Catholic Charities USA president meets with migrant families during visit to Nogales border

Alexandria, Va. – Sister Donna Markham, OP, PhD, President and CEO of Catholic Charities USA (CCUSA), met with migrants recently reunited with their children during her two-day visit to the southern Arizona border. The situation at the border remains challenging and Sr. Donna reaffirmed: “While we strongly oppose the policies that led to these families being separated, we remain committed to working to ensure their safe reunification.”

Sr. Donna’s trip also included a visit to the Kino Border Initiative (KBI), followed by a walk across the border to Mexico. There she shared a message of compassion and hope with parents and children who have been in line for days awaiting the opportunity to present their asylum cases to United States border officials. The increased scrutiny of asylum claims along with limited U.S. border patrol resources are leaving vulnerable families in limbo. “I think it’s extremely painful to know how these people have suffered to get this far,” Sr. Donna said, “especially the children, knowing that they came at great risk and were running for their safety—in some cases for their lives.” To see video from Sr. Donna’s visit, click here.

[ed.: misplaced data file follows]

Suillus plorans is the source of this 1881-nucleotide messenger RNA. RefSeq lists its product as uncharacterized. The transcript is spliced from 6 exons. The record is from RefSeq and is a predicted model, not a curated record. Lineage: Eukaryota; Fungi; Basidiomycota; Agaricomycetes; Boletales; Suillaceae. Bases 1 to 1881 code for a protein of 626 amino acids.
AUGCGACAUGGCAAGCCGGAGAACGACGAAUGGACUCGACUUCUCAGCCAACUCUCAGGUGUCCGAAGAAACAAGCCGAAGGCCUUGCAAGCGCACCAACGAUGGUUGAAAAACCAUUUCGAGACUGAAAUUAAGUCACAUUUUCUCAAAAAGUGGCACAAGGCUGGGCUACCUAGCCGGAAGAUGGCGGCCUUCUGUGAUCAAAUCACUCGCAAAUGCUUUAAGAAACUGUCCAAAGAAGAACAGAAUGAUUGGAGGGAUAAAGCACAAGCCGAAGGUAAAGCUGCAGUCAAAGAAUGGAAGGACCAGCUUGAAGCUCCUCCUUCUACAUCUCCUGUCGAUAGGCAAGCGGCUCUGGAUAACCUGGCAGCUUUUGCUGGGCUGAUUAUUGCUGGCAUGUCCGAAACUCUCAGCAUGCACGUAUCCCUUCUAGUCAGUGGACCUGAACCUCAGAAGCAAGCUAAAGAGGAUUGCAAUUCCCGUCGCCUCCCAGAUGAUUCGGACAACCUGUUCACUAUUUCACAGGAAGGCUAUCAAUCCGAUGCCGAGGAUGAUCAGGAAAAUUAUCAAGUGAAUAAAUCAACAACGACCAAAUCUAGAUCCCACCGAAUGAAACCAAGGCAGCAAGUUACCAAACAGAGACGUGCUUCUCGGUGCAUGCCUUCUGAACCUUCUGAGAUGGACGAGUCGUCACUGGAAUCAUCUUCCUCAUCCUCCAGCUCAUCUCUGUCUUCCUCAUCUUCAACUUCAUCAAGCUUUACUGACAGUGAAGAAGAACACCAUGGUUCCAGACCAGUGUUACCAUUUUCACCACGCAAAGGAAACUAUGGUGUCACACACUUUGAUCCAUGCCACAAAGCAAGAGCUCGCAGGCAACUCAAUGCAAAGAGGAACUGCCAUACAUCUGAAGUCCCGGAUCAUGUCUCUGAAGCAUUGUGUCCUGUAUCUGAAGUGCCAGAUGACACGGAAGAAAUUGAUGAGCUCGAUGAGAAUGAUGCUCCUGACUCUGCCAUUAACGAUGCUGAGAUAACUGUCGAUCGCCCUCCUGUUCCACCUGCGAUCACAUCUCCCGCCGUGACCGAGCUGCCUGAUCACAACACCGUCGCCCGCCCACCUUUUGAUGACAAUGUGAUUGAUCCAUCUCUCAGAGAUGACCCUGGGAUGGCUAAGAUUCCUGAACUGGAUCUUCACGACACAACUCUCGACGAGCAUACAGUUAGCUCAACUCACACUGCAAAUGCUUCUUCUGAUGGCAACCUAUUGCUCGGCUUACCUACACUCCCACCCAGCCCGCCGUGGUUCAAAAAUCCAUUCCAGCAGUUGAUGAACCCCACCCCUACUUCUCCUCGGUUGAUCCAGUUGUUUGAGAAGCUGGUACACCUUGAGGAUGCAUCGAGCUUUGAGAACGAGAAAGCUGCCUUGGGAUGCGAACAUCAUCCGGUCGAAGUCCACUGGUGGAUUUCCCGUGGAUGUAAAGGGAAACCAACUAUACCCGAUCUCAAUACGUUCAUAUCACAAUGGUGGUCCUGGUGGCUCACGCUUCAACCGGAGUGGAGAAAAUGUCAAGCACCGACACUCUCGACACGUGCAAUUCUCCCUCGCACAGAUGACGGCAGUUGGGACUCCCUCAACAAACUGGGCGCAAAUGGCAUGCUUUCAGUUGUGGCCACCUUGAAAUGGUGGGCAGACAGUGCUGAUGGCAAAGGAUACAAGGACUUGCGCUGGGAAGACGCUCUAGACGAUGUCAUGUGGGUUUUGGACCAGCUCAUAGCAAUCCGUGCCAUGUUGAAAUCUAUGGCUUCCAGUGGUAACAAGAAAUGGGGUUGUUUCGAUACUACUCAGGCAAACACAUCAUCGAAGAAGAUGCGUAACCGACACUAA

As it has done for over 100 years, Catholic Charities USA supports our agencies across the network and assists local agency efforts to reunite families and provide compassionate and professional care to meet the immediate, intermediate and long-term needs. While respecting the laws to maintain our national security, we will continue to advocate for a humane response to those seeking safety within our borders.

To learn more about how you can help, visit: Catholic Charities USA.

MEDIA CONTACT

Patricia Cole, VP Communications
pcole@catholiccharitiesusa.org
703-236-6218

ABOUT CATHOLIC CHARITIES

Catholic Charities USA (CCUSA), a member of Caritas Internationalis, is the national office for the Catholic Charities ministry nationwide. CCUSA’s members provide help and create hope to more than 10 million people a year regardless of religious, social, or economic backgrounds.